Verizon's $130 billion deal with Vodafone is huge for both companies, although Verizon customers in the U.S. are unlikely to see any big changes to their bills or their service.
Verizon is buying the 45 per cent of its wireless business owned by British cellphone carrier Vodafone. That will let Verizon keep all of the profits from that business, and gives Vodafone a large pile of cash that will fund its expansion ambitions in Europe. It's the second-biggest buyout on record.
Verizon Chairman and CEO Lowell McAdam said on a conference call Tuesday that the company's U.S. wireless businesses are working well now, and that he would move slowly on any changes to its structure.
Verizon has already run that business on its own, so taking Vodafone out of the picture is not new territory.
Verizon's network has a good reputation after 13 years of focusing on performance, and McAdam said the goal is to maintain that level of quality.
"That does not change," he said.
The company will remain involved in future auctions for the frequencies that handle cellphone traffic.
And the company is seeking new growth.
The U.S. has a strong economy and there are many potential customers who have yet to make the transition to smartphones, McAdam said.
"We're very bullish on the growth outlook for the U.S. wireless marketplace," he said.
In the most recent quarter, Verizon Wireless added 941,000 devices to its contract-based plans, exceeding expectations and extended a strong run. But almost all of Verizon's wireless gains were customers upgrading to higher-priced plans or adding more devices, rather than an influx of new customers.
The outside advantage of the deal to acquire the U.S. stake is more flexibility for Verizon in expanding abroad. Vodafone has previously had authority to nix expansion under the terms of joint wireless venture.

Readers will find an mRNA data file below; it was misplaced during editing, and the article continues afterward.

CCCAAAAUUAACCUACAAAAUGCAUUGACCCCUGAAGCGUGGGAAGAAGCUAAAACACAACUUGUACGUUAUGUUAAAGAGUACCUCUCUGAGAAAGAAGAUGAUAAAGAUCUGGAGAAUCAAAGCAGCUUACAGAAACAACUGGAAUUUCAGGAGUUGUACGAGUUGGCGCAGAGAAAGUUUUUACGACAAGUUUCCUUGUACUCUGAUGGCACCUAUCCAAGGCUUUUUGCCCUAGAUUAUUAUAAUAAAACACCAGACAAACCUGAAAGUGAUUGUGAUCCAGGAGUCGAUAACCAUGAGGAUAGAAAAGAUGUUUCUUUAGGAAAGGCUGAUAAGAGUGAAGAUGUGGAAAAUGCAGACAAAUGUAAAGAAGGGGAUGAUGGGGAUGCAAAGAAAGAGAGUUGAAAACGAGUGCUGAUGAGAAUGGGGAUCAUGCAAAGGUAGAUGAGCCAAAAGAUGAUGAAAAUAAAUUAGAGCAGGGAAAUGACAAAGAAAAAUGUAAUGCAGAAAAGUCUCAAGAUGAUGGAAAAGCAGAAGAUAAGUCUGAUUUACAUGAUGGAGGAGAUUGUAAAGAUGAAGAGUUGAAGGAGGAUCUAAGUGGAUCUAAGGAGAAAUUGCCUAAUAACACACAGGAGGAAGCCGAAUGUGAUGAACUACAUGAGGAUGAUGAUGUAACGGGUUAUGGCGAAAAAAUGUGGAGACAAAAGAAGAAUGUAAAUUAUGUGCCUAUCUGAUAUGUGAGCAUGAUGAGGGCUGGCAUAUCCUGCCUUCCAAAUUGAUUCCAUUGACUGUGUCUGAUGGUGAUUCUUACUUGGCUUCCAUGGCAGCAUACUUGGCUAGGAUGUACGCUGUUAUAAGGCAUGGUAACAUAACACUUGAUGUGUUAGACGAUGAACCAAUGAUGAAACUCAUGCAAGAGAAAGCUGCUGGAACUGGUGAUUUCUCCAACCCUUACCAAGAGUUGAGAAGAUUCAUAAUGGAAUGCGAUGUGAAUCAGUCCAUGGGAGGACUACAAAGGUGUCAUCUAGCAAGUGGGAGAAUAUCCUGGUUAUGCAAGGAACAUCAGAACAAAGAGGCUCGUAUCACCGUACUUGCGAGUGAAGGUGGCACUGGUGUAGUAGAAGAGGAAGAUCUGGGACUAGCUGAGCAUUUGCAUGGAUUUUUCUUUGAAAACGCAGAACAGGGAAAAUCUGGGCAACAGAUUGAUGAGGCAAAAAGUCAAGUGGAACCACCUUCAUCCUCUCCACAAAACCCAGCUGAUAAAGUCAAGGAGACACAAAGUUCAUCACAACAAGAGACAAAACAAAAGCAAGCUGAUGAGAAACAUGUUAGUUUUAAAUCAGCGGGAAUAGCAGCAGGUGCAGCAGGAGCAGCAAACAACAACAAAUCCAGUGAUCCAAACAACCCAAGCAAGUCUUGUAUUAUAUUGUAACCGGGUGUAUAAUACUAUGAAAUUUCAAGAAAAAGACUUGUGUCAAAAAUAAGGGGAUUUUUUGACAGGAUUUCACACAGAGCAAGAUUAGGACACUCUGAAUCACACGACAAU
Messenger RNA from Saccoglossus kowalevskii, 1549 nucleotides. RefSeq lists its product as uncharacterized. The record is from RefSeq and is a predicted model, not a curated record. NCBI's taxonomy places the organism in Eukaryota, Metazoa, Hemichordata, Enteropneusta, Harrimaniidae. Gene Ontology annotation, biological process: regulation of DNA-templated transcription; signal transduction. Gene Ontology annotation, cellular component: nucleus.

Verizon said it expects regulators to approve the deal since it already controls its U.S. wireless business. It also needs shareholder approval. It expects the deal to close during the first quarter of next year.
Besides the wireless business, Verizon Communications Inc. sells home Internet service and traditional, landline phone service in some markets, along with business-to-business services. The company is angling increasingly to market those services together, McAdam said.
The New York company has long wanted to buy out its partner, but the two companies hadn't agreed on a price. Analysts said Verizon wanted to pay around $100 billion, while reports suggested Vodafone held firm for the final sale price of $130 billion.
McAdam said the deal will basically pay for itself as the profits from the wireless business covers expenses from interest and dividends on the stock Verizon will issue. He said the deal will boost Verizon's earnings per share by 10 per cent right away.
Verizon needs to borrow some $61 billion to make the deal happen. Executives said they expect the company's debt rating to fall one notch, but that it will return to current levels over the next four to five years.
Company shares slid 4 per cent, or $1.88, to $45.50 in early trading. Shares are still trading near a 12-year high.
To pay for most of the rest of the deal, Verizon is issuing shares to Vodafone shareholders. That stock was valued at about $60 billion before the deal was announced, and the agreement sets a floor at $47 per share and a ceiling of $51. In Tuesday morning trading, Verizon shares slid almost 5 per cent to $45.23.
The cellphone business has seen several large deals this year. No. 3 wireless company Sprint Corp. received a $21.6 billion investment from SoftBank Corp. in July, giving the Japanese investment firm a 78 per cent stake. T-Mobile grew larger through a merger with smaller rival MetroPCS on April 30.
Late Monday, Microsoft Corp. said that it would buy Nokia's line-up of smartphones and a portfolio of patents as it tries to vault into the lucrative mobile computing market and gear up for a fight with Apple Inc.
The largest deal on record is Vodafone's $172 billion acquisition of Mannesmann AG in 2000, according to research firm Dealogic.